Kobe Bryant is the most polarizing player in the game.
He is unquestionably one of its all-time greats, yet the way he’s gone about his business throughout a Hall of Fame career that’s now in its 18th season has rubbed plenty of people the wrong way — and that includes those that are supposed to be objective in writing about him as a function of their profession.
Bryant was the subject of what can only be described as a hit piece earlier this season by the largest sports media outlet in the nation, in which anonymous sources called out players by name who supposedly refused to consider Los Angeles as a free agent destination while Kobe was still a member of the storied Lakers franchise.
Paul George was one of those who were mentioned, and he strongly refuted the allegation.
Now, we can add Kevin Durant to the presumably long list of guys who would welcome the opportunity to play alongside Bryant, after he similarly (and colorfully) shot down the ridiculous notion that a majority of players feel otherwise.
From Sam Amick of USA Today:
While Durant wasn’t specifically addressing his own uncertain future, he insisted that the player perspective relating to Bryant shouldn’t be a hindrance as the 8-17 Lakers continue their laborious turnaround.
“Excuse my language, but that’s (expletive),” said Durant, who congratulated Bryant via text message after he surpassed Jordan on Sunday. “I want to play with a winner every single night, especially somebody who wants to win that bad, who works that hard, who demands a lot, who raises up your level. I’d want to play with a guy like that every day. … (His style) may make people uncomfortable, how he acts and just how he approaches the game, but I love that type of stuff. I think (the accusation) is BS.” …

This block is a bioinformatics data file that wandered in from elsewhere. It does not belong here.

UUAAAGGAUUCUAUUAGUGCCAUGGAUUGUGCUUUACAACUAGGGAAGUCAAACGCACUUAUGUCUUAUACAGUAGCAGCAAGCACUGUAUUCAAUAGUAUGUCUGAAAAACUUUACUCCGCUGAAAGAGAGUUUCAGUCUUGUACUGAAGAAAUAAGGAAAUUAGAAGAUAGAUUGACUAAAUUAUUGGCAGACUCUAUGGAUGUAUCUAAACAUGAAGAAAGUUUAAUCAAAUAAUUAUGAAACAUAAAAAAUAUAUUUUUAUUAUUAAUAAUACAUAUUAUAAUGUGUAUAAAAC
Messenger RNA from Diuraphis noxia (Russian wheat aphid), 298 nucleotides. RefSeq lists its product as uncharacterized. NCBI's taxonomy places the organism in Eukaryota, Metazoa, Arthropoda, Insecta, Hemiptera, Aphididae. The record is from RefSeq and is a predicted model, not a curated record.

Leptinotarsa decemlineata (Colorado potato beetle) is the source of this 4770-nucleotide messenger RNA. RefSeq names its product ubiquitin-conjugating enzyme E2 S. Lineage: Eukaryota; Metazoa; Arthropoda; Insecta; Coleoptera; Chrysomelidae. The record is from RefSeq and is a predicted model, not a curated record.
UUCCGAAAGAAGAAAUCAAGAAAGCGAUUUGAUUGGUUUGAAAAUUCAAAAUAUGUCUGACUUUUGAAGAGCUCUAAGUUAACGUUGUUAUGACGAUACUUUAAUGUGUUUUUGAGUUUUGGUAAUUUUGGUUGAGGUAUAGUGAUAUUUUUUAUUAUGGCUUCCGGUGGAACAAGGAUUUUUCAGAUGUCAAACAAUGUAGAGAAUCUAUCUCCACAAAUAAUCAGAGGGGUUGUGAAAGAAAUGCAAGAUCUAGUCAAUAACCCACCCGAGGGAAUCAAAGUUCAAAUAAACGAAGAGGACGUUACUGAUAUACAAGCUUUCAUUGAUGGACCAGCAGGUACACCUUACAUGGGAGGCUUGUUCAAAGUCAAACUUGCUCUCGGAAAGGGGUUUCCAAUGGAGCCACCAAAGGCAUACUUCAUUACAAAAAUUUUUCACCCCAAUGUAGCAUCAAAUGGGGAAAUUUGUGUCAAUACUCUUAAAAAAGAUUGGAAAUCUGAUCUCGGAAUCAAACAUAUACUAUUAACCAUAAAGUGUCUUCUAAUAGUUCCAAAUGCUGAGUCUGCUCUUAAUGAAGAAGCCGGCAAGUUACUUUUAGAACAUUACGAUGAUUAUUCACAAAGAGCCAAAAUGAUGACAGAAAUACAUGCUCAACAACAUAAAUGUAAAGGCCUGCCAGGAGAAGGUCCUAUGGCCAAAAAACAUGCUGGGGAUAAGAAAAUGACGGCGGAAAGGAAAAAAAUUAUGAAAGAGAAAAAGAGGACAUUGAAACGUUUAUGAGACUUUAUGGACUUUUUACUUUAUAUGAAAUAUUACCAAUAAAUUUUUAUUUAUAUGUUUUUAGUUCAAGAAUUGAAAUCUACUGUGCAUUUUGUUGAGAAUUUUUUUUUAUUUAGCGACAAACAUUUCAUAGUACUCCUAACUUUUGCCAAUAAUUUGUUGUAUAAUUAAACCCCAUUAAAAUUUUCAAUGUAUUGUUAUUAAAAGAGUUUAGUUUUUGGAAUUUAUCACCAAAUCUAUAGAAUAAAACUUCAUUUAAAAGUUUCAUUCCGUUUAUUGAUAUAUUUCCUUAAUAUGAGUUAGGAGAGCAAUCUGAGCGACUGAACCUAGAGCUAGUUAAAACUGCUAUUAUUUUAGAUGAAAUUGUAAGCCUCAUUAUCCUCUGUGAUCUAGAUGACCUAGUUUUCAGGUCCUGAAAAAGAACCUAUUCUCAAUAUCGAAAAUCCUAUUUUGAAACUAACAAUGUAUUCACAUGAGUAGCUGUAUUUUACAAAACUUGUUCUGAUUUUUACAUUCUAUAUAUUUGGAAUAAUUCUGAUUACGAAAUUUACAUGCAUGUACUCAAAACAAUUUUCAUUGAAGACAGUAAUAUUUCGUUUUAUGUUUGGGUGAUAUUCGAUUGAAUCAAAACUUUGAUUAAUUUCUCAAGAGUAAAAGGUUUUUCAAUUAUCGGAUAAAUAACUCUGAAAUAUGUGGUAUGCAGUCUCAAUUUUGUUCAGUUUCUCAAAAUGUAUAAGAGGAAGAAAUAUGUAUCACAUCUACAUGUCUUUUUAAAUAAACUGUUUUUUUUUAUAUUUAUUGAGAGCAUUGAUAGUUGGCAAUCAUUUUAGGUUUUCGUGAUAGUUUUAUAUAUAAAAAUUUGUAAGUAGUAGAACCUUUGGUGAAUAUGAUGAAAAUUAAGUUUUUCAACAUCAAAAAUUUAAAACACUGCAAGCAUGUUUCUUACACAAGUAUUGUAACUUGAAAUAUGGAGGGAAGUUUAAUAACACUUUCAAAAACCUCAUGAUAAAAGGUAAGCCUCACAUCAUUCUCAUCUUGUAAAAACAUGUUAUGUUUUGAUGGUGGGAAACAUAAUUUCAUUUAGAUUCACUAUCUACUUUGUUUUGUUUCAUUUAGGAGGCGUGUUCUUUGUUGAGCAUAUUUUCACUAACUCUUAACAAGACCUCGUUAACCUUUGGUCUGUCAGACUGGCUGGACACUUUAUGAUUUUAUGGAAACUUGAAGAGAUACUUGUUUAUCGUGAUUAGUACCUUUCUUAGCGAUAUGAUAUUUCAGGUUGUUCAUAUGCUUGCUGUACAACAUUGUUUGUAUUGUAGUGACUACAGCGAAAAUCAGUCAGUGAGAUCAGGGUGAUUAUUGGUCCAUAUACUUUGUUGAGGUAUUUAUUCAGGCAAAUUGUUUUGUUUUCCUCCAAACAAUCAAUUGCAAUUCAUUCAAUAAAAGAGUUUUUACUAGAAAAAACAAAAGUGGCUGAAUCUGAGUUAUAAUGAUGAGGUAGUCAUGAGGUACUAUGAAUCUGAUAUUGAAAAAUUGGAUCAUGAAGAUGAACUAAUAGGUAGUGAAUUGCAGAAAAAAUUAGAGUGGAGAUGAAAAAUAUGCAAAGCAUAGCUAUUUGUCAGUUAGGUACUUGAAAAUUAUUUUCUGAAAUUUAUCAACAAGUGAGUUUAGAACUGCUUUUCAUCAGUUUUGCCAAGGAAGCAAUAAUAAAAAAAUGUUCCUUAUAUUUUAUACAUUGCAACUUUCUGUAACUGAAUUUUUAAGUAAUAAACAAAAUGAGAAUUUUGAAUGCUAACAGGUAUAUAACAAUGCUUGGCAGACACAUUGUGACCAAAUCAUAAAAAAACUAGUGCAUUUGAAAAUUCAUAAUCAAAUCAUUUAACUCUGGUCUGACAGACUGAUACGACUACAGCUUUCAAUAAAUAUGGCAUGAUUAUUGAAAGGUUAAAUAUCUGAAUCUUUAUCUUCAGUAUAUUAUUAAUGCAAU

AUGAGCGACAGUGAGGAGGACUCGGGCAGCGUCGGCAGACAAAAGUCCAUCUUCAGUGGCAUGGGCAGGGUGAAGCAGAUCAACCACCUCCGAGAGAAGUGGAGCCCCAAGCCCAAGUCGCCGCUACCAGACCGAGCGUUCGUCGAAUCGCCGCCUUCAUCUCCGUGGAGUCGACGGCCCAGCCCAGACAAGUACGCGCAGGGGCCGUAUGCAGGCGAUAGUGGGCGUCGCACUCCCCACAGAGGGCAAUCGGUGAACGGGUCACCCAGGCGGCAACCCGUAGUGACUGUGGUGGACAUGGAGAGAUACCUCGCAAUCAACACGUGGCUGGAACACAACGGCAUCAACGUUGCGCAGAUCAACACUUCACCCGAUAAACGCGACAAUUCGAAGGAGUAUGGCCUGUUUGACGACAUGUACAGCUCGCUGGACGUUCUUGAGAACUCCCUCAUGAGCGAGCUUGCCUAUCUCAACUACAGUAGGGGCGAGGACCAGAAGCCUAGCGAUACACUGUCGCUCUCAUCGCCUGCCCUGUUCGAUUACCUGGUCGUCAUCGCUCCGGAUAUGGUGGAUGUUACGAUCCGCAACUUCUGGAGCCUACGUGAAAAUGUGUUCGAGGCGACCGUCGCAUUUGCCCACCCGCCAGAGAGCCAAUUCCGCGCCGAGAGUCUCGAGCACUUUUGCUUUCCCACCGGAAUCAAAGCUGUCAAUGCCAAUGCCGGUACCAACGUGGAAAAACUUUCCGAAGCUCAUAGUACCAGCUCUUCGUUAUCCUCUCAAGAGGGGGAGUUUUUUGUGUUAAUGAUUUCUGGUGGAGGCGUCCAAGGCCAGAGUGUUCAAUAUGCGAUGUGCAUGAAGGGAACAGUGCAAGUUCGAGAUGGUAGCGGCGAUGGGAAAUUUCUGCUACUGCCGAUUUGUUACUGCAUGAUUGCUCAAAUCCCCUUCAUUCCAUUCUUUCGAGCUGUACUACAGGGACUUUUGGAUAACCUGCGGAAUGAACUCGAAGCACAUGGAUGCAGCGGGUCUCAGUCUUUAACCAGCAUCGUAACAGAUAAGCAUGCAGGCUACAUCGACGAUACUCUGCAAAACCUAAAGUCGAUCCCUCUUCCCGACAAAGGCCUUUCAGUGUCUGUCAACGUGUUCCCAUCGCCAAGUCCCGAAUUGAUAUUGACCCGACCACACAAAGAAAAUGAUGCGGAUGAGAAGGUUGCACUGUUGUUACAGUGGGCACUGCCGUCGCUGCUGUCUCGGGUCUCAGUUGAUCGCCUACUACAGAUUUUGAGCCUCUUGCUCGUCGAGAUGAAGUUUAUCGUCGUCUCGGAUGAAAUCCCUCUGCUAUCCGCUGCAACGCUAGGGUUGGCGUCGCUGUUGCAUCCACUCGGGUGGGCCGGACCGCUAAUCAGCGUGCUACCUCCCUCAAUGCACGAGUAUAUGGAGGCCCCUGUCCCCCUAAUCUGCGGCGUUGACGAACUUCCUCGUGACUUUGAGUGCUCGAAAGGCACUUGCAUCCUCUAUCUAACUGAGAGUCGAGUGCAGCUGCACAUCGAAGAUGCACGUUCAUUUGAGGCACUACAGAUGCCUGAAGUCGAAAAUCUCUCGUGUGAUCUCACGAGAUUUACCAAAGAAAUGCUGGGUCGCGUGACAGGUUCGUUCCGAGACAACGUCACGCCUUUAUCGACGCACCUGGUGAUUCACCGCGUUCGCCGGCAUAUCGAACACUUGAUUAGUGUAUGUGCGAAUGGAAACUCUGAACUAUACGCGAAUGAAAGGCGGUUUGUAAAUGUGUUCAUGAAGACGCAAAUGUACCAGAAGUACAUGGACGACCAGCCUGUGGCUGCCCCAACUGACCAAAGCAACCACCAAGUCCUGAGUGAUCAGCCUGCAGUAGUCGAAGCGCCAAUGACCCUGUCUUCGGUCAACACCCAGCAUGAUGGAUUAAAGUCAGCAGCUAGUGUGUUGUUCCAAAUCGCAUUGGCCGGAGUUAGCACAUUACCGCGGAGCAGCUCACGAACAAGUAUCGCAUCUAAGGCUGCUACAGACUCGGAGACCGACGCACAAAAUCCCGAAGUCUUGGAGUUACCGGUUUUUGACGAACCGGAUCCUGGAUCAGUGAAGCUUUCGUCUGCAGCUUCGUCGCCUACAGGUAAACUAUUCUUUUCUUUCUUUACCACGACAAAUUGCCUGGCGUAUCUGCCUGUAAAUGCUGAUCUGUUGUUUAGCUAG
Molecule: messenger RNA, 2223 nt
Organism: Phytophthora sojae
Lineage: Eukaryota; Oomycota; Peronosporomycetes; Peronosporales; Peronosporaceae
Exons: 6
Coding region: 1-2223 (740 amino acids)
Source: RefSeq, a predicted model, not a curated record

“Just his work ethic, just his demeanor man,” Durant said when asked what he admired about Bryant. “He doesn’t mind being an (expletive), and he comes to work man. He’s intense. He demands a lot out of his teammates, and I’ve seen that just playing alongside him in the Olympics (in 2012). He demands a lot out of everybody. He makes them better. Everybody out on the court. You’ve got to respect that. As a player, I study guys like that. We might not have the same personality, but I think we approach the game the same way and I’ve learned a lot from just watching him.”
The point, here, is that it’s easy to get people to talk negatively about Bryant on the record while getting to remain anonymous.
But the directly-quoted opinions of the actual players are what we should be listening to where this nonsensical topic is concerned, and Durant, the reigning MVP and one of the game’s top two players, just added one of the strongest voices possible to the list of those giving Bryant their overwhelming support.